The Doors were a four person musical band of the 1960s and early 1970s, consisting of Jim Morrison (vocals, b. 1943 d. 1971), Ray Manzarek (organ, keyboard, b. 1939), Robbie Krieger (guitar, b. 1946) and John Densmore (drums, b. 1944)
The group started in 1965 in Los Angeles, California, after a meeting between UCLA film school graduates Morrison and Manzarek. Morrison sang Manzarek some of his poetry and song lyrics including "Moonlight Drive." Manzarek was already in a band called Rick And The Ravens while Krieger and Densmore were playing with The Psychedelic Rangers, but knew Manzarek from shared meditation instruction. The latter two, along with a female bass player, were rapidly recruited and the band took up a number of club residences first at LA's "London Fog" and later the "Whiskey-A-Go-Go".
To fans of the Doors, the music included socially and politically charged lyrics mostly written by Jim Morrison. The jazz drumming of John Densmore, the swirling keyboards of Ray Manzarek, whose left hand played the parts typically associated with bass guitar, and Robbie Krieger's guitar playing, which showed the influence of flamenco, Indian, the blues and classical music, combined to form a distinctive sound.
The band took their name from a line in a book by Aldous Huxley, The Doors of Perception, which was in turn borrowed from a line of poetry by the 18th century artist and poet William Blake: "If the doors of perception were cleansed, everything would appear to man as it truly is, infinite."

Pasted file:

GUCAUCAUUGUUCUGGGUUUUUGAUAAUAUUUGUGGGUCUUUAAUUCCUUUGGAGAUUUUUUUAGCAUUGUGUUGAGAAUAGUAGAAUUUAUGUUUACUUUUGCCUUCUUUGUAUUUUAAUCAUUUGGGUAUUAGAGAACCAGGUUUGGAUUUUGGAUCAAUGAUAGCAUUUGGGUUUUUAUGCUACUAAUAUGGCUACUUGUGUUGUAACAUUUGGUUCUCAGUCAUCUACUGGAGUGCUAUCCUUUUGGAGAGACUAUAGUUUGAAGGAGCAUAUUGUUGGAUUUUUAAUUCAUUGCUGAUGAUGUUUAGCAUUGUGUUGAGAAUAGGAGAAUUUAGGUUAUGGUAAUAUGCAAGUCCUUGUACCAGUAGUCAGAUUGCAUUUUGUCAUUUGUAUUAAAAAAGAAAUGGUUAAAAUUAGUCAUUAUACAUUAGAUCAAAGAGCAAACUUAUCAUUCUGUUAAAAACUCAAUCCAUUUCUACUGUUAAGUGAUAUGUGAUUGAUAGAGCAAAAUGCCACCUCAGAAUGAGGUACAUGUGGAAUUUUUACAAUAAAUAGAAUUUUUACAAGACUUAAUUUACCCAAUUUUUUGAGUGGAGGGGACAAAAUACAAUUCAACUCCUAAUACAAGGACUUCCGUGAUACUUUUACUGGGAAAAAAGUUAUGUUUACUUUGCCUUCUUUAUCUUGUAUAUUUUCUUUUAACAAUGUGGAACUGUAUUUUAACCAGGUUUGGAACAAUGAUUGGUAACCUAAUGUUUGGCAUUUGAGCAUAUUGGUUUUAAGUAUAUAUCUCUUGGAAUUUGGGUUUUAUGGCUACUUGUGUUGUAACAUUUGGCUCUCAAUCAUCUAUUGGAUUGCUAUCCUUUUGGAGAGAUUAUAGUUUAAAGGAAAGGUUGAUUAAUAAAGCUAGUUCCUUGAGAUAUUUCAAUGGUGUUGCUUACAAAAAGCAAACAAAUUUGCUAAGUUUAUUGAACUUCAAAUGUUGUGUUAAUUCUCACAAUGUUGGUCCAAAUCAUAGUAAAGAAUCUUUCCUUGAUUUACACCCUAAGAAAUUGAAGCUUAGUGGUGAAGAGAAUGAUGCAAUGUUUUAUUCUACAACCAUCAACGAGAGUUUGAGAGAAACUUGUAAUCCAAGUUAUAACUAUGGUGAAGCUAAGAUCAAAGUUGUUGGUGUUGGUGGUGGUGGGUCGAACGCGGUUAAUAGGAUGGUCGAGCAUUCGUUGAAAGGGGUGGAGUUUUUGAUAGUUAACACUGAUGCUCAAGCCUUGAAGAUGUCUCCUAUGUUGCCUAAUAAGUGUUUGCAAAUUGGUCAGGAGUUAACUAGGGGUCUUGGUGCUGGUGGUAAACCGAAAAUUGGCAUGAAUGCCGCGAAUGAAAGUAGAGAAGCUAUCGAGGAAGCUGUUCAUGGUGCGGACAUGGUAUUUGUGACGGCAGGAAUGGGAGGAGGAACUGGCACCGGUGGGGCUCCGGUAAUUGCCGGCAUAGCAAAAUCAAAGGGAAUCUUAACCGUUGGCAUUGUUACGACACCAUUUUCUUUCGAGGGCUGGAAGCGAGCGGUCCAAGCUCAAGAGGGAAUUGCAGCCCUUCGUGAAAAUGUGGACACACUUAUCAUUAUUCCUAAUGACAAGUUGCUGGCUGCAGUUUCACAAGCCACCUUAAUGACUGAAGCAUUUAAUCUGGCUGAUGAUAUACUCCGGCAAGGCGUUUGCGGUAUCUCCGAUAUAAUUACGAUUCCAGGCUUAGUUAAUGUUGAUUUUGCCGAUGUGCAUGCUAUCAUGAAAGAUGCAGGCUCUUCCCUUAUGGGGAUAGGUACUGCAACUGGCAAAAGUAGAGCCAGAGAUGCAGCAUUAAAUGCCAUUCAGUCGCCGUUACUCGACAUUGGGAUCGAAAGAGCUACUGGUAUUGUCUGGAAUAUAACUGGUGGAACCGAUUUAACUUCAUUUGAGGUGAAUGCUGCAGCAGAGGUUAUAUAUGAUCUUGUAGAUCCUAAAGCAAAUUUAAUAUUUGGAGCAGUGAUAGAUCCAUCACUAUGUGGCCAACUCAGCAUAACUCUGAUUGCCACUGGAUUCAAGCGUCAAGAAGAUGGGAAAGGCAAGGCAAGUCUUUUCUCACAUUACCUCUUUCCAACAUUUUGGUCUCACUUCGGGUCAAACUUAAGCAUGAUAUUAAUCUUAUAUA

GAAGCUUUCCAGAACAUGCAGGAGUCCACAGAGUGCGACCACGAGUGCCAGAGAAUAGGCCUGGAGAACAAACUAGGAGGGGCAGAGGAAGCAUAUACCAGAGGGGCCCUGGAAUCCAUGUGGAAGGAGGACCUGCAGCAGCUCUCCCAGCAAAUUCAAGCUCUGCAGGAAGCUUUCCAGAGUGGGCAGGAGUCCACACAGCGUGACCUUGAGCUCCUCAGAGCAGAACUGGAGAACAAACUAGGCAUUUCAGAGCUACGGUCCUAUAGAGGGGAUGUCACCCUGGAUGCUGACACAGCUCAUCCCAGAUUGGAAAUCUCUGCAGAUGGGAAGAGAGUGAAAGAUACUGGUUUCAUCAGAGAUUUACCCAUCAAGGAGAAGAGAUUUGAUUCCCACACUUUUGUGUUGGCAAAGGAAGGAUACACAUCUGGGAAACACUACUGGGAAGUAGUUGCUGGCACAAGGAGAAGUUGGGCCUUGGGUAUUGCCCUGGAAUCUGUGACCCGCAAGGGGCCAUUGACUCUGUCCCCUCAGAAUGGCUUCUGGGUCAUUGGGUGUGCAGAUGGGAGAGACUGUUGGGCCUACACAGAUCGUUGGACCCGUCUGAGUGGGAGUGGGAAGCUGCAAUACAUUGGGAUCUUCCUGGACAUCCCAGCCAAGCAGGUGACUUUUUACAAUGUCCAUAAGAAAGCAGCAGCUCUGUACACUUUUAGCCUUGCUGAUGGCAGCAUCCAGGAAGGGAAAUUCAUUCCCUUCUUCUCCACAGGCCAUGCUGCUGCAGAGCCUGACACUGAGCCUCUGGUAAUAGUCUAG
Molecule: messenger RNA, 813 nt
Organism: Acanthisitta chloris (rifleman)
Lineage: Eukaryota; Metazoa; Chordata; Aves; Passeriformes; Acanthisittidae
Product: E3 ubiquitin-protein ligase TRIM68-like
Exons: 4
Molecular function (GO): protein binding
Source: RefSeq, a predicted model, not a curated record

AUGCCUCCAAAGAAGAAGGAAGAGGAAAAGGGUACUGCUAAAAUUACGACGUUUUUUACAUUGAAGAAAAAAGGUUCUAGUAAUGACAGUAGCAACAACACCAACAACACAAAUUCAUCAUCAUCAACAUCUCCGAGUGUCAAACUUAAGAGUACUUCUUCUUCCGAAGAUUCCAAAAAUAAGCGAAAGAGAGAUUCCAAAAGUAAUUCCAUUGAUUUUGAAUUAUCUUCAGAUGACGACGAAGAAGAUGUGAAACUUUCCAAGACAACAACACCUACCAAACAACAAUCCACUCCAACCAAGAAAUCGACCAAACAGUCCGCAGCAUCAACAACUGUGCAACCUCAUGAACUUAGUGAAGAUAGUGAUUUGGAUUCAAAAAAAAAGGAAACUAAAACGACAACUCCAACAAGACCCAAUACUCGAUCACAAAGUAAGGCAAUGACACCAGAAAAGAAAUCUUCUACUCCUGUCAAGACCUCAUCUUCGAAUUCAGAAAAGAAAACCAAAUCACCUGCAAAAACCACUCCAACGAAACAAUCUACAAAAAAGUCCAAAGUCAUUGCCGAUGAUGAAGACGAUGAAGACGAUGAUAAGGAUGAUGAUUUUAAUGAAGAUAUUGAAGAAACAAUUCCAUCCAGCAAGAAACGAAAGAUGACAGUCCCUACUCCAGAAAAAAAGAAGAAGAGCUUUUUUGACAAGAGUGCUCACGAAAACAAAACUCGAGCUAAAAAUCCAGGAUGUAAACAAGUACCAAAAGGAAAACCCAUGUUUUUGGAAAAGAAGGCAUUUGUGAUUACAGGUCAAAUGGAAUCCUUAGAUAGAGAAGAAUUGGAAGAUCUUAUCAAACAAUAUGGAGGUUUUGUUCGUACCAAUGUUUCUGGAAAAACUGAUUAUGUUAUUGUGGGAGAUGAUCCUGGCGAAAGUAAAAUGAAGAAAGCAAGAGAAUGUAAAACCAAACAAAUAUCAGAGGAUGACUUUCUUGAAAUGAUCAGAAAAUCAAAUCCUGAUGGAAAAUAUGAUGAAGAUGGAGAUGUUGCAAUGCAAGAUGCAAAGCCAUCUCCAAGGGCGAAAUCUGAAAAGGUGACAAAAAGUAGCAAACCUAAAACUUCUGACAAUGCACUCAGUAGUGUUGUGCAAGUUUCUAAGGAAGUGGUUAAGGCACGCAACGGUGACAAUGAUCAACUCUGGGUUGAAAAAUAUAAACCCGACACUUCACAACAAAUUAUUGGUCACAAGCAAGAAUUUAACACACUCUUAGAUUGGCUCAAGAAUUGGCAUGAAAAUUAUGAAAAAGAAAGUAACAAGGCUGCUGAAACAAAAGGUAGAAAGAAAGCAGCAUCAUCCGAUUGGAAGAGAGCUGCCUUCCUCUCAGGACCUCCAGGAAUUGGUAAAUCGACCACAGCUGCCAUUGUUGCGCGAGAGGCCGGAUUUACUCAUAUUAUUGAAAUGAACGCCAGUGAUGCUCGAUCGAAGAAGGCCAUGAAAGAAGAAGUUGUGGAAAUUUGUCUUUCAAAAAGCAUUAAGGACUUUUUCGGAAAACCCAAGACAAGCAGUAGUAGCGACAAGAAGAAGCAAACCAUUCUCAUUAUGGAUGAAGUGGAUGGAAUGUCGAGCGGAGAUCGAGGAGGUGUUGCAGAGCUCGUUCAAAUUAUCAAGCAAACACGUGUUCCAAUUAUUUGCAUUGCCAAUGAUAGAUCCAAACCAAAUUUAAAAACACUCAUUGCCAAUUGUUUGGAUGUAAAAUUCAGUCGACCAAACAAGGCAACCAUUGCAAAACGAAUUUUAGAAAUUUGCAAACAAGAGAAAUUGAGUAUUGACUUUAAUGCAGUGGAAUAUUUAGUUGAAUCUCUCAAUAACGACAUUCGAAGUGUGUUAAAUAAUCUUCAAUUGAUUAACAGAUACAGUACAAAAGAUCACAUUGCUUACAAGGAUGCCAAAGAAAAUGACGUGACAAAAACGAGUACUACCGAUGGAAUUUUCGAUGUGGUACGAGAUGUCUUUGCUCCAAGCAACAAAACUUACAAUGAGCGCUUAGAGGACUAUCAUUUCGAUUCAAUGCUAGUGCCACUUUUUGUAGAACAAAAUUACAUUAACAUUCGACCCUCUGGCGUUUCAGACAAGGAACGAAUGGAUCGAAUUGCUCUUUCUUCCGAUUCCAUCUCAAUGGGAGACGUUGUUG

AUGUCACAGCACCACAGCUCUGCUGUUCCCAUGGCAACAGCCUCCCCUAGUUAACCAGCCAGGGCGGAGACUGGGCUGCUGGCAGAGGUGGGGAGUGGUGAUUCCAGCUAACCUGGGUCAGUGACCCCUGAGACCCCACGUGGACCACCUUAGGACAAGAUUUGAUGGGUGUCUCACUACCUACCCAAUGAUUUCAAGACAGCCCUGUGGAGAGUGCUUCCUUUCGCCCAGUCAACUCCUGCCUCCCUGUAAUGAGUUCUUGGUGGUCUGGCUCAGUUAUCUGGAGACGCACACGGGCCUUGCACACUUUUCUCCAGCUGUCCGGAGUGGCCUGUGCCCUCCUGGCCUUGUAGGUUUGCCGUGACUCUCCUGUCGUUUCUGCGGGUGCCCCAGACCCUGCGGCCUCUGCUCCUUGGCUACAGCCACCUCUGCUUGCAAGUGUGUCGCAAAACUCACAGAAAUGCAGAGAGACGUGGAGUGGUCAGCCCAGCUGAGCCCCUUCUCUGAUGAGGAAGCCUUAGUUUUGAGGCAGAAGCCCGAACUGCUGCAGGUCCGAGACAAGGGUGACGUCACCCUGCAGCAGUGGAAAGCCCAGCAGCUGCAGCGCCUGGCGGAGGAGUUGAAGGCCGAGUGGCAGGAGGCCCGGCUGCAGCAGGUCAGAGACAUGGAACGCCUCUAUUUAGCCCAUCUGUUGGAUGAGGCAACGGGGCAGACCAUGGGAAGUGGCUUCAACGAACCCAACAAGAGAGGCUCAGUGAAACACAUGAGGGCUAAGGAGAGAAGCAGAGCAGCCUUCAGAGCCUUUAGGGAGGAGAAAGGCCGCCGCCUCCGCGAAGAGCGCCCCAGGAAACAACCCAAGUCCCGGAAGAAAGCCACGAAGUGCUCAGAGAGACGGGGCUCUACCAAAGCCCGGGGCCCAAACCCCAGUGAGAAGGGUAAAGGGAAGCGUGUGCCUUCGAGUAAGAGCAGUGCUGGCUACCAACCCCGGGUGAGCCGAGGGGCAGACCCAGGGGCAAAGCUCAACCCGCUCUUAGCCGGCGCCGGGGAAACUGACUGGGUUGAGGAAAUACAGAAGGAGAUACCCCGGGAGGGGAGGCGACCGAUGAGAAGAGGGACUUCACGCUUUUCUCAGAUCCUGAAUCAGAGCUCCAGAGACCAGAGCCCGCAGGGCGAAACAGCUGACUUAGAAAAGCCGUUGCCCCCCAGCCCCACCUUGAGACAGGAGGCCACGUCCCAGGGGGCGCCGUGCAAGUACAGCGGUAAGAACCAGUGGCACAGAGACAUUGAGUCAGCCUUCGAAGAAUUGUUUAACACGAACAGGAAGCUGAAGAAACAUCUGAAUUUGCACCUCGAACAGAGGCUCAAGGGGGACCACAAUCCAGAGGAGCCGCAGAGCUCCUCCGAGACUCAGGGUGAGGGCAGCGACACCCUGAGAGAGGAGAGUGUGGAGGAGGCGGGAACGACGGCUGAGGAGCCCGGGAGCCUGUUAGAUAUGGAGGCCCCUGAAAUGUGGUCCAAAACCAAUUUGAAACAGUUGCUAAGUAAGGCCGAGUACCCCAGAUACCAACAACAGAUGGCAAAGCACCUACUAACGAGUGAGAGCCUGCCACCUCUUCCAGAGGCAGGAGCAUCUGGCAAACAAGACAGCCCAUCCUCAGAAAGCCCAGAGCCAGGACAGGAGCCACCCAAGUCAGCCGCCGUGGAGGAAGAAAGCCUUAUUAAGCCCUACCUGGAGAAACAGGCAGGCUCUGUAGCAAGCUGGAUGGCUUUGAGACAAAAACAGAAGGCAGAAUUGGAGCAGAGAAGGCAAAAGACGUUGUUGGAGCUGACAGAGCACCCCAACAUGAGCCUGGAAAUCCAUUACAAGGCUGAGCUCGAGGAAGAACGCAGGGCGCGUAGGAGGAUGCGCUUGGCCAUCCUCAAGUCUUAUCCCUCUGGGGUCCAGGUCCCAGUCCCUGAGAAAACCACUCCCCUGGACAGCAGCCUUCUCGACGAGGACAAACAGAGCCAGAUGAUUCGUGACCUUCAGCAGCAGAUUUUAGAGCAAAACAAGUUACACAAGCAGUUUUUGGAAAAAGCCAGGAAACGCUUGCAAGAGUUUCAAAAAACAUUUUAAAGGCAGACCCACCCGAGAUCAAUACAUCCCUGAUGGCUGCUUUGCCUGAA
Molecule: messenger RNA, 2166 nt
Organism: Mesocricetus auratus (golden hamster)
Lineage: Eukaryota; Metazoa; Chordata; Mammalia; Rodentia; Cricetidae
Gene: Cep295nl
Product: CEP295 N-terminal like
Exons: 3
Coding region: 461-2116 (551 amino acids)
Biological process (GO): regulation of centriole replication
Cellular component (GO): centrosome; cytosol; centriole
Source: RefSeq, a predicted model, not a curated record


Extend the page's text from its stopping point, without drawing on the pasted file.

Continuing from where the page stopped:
The Doors quickly earned a reputation as an entertaining live act. In one known incident, at a 1969 concert in Miami, Florida, Morrison allegedly exposed himself. Misdemeanour and felony charges were brought against Morrison. The misdemeanour charges stuck. The incident remains inconclusive. Jim Morrison said, "I wasted a lot of time with the Miami trial. About a year and a half. But I guess it was a valuable experience because before the trial I had a very unrealistic schoolboy attitude about the American judicial system. My eyes have been opened up a bit."
In 1971, Morrison died in mysterious circumstances while living in Paris, leaving some fans believing that Morrison faked his death in order to escape the spotlight. The remaining Doors continued, Manzarek replacing Morrison as singer, and released two more albums, Other Voices and Full Circle. The band was very successful with all four original members.
In late 2002, Manzarek and Krieger revived the Doors, recruiting singer Ian Astbury of The Cult, as well as drummer Ty Dennis and bassist Angelo Barbera, both of the Robbie Krieger Band. The Doors are remembered for shamanistic live performances. Some people of the "establishment" thought that they were just more American rock music rebels. Jim Morrison said "I like any reaction I can get with my music. Just anything to get people to think. I mean if you can get a whole room full of drunk, stoned people to actually wake up and think, you're doing something."
Their ongoing popularity is tallied by continuing sales of their early work.
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